What Hugh Howey Won't Talk About (but Should). The Book Channel Part IV of Several Parts. The Distributors
In the last part of this series we discussed the traditional writer/publisher relationship. Let's move on to the book distribution channels. If you are an indie publisher you will now be dealing and building relationships with the entities that sell your book. The depth and level of engagement with these entities will vary greatly depending on how many books you sell. In the case of JK Rowling, who as of this writing probably has more clout in the industry than any single writer, she was able to turn Amazon into an affiliate reseller. When you click on a Harry Potter link in Amazon's bookstore, Amazon receives a referral fee from her online store "Pottermore. (I don't know what the fee is, but based on Amazon's own affiliate struecture, 5% to 10% is a safe guess.) If you are a smaller presence, such deals will not be available to you.
If you are formally published, you will normally not deal with the distribution channels unless you are a very successful writer. Your involvement with the channel will be limited to promotional activities such as book signings and sponsored lectures on topics based on your book. In point of fact, the channel does not like to deal with writers and in most cases has discouraged attempts by them to educate themselves on how book distribution channels work. You are expected to take your royalties and pretty much keep quiet. However, as the book distribution system is undergoing disruption, this is changing rapidly.
The Distributors (the First Tier)
I was going to bypass the distributors and move straight to the resellers, but decided it would be useful to briefly cover them. If you are formally print published, your book will often go through two tiers of distribution. (Remember, you have transferred rights to the publisher and they now "own" the book.They, not you, are the supplier in so far as the channel is concerned.) The first tier is a distributor such as Ingram or Baker and Taylor. These are companies that specialize in receiving goods from suppliers and shipping them on to resellers. Looked at as percentage of the total gross revenue of the sale of any particular item, their fees typically comprise 3% to 20%. In books the upper range is around 8%.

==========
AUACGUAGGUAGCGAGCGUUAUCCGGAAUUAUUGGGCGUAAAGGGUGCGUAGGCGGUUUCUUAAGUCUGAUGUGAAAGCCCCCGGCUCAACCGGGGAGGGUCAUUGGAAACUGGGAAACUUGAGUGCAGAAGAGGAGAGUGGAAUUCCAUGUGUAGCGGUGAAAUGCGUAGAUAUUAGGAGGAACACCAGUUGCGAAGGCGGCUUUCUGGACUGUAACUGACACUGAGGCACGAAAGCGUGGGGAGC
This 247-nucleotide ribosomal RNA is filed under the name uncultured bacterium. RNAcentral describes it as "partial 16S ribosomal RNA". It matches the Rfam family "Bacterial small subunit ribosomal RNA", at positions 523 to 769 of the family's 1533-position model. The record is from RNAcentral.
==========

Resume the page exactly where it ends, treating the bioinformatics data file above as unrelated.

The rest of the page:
The primary function of a distributor is to "break bulk." They do not create or sustain markets. The main reason for their existence in the book channel is that many resellers do not wish to maintain independent accounts with dozens of smaller publishers and use the distributors to aggregate them into a central buying "portal." Also, the large publishers wish to avoid shipping to thousands of smaller resellers and will push or require them to order from the distributors.
Distributors can offer ancillary services in addition to shipping. In some cases, they may provide production services or some forms of drop shipping. These are never a major part of their business model. Their primary function is always to break bulk.
The Future of Distributors in Book Selling
They have none. Recently, there's been some excited talk about this publisher or that allying with this distributor or that. All such arrangements will over the next several years become irrelevant. Inevitably, as the book market shifts over to digital delivery, the distributors will be disintermediated from the publishing industry. Their fate can be predicted by looking at the retail software industry. From the late 70s to the early 2000s, distributors were major players in this business. Millions of boxes of WordStar, Lotus 123, Microsoft Windows, Norton Utilities, and so on were shipped through Ingram, TechData and entities that have disappeared or been forgotten. In the early years of the software industry, distributors were major players in the market. Today, they play almost no part in software. The process of disintermediation began in the 2003/2004 time frame and is almost complete today.